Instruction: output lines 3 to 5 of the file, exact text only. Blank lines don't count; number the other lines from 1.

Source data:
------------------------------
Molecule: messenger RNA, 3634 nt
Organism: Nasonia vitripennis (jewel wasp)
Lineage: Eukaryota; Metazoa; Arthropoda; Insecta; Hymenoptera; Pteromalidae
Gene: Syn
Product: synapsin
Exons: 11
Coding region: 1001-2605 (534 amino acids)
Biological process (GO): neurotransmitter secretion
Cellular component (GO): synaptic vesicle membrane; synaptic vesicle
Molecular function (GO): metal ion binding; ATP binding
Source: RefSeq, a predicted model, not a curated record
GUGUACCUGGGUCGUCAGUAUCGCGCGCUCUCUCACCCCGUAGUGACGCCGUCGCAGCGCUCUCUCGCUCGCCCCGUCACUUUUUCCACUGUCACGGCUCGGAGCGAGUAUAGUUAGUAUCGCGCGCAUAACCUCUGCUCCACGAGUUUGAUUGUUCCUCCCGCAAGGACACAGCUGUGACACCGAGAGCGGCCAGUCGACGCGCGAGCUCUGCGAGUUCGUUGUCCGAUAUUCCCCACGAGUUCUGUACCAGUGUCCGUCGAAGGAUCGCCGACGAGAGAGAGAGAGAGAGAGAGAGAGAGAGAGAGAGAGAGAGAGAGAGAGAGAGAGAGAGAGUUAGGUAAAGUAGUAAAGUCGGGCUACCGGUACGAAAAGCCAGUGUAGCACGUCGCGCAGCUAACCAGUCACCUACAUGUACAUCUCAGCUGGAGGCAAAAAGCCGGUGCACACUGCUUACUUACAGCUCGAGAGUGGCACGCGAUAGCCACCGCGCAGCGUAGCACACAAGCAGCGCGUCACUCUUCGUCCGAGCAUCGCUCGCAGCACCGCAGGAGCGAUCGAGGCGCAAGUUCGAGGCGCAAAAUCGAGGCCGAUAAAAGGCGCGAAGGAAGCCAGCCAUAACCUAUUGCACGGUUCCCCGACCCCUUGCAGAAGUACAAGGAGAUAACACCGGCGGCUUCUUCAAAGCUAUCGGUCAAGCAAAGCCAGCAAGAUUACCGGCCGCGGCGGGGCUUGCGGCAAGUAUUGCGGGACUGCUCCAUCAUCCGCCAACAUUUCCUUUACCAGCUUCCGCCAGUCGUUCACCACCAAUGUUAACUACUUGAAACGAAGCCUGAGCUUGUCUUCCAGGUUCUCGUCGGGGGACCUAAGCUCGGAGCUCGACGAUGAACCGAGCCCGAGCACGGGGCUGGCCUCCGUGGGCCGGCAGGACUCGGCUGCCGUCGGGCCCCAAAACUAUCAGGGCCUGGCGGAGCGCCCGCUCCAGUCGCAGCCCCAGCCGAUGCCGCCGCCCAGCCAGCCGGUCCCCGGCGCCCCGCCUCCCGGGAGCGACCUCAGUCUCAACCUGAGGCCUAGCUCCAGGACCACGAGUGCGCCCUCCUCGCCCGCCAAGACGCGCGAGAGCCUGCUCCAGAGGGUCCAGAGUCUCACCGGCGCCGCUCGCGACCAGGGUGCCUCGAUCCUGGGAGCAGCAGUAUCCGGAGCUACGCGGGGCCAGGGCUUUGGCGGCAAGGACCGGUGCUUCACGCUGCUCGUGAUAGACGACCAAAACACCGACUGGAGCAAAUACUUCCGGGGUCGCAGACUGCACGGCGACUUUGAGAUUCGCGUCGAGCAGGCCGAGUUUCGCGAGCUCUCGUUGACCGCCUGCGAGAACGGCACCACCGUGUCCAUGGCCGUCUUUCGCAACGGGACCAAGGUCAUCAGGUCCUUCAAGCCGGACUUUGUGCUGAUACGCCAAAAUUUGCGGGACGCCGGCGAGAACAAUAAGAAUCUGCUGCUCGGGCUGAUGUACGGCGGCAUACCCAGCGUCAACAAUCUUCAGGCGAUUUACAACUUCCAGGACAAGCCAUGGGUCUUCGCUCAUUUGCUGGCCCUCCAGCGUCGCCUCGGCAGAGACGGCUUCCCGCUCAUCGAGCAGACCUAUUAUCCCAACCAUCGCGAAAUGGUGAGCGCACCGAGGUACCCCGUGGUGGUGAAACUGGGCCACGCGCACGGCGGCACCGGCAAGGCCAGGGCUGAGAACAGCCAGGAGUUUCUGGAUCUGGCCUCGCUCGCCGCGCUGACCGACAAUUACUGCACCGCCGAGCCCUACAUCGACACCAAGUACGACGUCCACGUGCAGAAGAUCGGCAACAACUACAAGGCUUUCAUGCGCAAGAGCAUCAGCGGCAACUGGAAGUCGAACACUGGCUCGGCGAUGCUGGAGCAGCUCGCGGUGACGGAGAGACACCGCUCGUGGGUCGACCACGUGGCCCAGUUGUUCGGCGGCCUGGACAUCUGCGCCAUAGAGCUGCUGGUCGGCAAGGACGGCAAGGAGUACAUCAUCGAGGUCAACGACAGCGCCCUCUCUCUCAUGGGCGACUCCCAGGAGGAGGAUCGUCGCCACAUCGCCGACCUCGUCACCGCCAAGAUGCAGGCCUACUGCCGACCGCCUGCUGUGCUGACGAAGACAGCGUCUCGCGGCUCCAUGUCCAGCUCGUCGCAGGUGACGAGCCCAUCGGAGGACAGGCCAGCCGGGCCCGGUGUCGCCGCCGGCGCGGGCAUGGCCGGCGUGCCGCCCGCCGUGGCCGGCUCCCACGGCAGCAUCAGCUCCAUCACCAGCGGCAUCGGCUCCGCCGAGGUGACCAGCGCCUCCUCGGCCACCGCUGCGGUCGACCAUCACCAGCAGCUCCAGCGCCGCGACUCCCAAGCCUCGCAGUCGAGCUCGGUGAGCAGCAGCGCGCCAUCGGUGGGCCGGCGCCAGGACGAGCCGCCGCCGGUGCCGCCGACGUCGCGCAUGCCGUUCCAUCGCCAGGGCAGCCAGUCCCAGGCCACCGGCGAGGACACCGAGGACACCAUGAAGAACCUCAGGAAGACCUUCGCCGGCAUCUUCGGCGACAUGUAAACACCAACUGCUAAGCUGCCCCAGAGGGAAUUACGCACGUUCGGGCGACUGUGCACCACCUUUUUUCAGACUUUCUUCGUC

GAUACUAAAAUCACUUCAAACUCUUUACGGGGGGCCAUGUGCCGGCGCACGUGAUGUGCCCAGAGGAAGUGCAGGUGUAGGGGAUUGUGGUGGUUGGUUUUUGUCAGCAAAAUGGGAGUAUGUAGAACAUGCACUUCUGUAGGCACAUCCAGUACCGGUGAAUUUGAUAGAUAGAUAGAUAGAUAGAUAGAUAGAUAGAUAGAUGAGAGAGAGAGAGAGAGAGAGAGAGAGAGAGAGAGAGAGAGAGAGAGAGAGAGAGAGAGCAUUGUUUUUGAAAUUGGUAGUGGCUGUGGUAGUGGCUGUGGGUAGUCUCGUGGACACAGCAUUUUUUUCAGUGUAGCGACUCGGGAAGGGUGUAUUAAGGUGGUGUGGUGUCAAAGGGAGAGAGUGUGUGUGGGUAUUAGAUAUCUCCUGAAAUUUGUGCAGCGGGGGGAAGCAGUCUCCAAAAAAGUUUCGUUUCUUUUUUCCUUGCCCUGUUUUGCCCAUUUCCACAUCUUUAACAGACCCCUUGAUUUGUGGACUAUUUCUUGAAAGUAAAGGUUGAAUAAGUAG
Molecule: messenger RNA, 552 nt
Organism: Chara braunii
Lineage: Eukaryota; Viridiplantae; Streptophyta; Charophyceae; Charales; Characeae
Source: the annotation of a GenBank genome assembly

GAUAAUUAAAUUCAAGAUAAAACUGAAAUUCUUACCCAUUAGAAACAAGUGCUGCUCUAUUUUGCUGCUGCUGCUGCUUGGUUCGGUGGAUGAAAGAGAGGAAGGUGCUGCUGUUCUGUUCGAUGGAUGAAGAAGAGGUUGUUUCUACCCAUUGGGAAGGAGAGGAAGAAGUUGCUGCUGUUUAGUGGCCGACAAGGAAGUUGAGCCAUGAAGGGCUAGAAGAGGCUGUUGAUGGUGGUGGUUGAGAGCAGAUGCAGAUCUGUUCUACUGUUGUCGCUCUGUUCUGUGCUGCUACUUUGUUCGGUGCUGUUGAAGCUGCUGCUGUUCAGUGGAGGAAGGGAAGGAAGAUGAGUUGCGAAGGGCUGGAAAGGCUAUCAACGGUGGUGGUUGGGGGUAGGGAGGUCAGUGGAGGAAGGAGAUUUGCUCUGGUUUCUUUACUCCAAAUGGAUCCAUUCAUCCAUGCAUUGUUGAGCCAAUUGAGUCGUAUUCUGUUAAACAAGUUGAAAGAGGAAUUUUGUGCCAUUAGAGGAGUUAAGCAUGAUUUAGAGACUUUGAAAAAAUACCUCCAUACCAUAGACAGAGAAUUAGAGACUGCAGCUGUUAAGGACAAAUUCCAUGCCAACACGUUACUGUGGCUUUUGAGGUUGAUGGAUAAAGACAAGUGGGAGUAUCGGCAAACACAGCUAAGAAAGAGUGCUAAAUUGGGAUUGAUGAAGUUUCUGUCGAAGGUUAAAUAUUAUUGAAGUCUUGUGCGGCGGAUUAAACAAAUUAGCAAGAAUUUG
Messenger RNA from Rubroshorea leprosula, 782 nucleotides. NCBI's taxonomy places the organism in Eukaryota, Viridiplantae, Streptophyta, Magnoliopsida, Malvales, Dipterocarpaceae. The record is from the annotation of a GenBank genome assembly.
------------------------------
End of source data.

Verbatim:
Lineage: Eukaryota; Metazoa; Arthropoda; Insecta; Hymenoptera; Pteromalidae
Gene: Syn
Product: synapsin